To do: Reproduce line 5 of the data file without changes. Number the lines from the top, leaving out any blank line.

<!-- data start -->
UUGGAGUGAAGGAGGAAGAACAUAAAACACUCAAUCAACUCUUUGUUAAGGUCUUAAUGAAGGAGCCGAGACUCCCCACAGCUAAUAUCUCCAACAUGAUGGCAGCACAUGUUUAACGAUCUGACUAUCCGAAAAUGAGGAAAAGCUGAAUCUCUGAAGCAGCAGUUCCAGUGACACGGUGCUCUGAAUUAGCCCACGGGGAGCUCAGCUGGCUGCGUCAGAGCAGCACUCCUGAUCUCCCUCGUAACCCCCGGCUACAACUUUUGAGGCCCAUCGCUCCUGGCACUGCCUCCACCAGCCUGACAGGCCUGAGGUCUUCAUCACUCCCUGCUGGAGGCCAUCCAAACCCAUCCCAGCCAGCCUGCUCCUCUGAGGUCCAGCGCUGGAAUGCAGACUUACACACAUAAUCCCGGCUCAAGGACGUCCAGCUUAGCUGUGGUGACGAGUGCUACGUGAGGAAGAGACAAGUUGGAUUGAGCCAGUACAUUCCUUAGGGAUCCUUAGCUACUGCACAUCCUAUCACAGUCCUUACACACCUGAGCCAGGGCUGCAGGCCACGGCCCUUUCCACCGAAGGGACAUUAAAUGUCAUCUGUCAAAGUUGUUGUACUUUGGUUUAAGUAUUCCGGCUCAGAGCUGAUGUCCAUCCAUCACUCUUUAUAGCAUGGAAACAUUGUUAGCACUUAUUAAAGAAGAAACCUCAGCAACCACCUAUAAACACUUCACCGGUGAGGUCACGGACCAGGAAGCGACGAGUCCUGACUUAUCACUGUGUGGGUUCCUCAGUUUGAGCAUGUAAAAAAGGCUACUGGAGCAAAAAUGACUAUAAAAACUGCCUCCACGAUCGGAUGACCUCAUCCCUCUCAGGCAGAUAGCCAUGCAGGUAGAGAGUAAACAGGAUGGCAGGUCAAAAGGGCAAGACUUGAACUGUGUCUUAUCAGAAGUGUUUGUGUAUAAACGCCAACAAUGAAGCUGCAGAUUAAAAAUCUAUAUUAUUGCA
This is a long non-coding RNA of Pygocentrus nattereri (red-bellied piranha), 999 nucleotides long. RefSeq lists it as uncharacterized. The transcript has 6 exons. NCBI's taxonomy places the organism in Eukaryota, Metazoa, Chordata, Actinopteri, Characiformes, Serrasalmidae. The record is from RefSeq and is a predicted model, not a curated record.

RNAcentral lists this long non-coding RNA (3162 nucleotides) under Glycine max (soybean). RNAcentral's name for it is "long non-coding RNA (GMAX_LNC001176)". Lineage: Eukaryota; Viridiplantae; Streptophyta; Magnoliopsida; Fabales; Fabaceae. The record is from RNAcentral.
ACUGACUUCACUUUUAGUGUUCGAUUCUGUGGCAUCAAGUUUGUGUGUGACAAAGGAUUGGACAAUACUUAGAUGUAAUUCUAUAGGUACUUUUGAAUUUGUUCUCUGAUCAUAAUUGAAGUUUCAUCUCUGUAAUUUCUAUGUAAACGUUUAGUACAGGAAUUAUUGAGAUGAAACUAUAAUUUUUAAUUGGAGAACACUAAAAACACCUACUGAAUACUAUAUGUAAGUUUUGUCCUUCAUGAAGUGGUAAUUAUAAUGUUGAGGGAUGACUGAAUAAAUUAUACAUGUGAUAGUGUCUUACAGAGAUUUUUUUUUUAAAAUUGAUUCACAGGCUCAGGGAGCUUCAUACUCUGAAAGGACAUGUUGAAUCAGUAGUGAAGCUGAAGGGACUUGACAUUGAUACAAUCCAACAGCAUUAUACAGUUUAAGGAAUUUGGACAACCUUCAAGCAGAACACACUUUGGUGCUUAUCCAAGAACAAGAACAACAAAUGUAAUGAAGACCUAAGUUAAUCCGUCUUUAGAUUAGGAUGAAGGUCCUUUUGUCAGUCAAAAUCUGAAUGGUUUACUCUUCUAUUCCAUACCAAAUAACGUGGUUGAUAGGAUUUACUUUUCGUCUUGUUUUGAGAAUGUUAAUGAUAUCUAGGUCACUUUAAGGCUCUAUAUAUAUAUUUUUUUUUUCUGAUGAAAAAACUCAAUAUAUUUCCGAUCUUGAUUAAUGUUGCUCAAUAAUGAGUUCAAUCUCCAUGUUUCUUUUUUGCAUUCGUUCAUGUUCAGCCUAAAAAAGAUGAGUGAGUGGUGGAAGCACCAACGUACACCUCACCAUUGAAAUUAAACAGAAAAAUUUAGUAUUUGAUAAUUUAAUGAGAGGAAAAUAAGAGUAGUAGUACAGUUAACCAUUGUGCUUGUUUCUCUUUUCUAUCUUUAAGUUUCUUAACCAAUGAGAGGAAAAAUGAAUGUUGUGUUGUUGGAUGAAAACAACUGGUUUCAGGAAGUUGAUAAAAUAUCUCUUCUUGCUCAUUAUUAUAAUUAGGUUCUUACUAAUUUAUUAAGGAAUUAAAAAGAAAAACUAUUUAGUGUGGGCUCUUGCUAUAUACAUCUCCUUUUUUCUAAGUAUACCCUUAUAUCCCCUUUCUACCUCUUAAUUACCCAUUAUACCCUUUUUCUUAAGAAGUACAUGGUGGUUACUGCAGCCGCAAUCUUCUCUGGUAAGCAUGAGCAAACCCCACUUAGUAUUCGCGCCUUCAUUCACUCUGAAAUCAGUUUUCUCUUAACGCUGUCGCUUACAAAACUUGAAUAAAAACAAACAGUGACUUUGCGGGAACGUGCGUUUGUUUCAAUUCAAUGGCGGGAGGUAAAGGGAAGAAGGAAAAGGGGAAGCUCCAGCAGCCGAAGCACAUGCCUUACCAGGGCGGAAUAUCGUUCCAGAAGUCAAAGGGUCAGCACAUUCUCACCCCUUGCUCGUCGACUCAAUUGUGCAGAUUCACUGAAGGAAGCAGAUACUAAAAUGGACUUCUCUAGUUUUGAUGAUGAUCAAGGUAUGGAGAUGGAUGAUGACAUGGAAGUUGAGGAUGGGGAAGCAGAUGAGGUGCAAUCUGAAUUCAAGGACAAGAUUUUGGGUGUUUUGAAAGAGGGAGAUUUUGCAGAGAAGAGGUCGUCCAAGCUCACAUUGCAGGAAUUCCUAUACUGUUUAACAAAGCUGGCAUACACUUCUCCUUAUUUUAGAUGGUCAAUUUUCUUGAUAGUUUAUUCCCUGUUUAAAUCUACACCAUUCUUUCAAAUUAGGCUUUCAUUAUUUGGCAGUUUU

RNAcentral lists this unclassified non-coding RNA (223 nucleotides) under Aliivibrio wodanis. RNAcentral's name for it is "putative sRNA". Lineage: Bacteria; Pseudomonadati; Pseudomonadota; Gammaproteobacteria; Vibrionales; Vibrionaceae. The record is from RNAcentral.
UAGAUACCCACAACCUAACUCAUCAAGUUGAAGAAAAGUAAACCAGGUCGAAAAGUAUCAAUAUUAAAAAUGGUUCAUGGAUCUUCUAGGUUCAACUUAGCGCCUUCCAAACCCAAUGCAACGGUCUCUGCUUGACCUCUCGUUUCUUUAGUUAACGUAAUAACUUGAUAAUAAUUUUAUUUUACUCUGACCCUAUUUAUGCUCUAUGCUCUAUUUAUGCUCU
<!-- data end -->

RNAcentral lists this unclassified non-coding RNA (223 nucleotides) under Aliivibrio wodanis. RNAcentral's name for it is "putative sRNA". Lineage: Bacteria; Pseudomonadati; Pseudomonadota; Gammaproteobacteria; Vibrionales; Vibrionaceae. The record is from RNAcentral.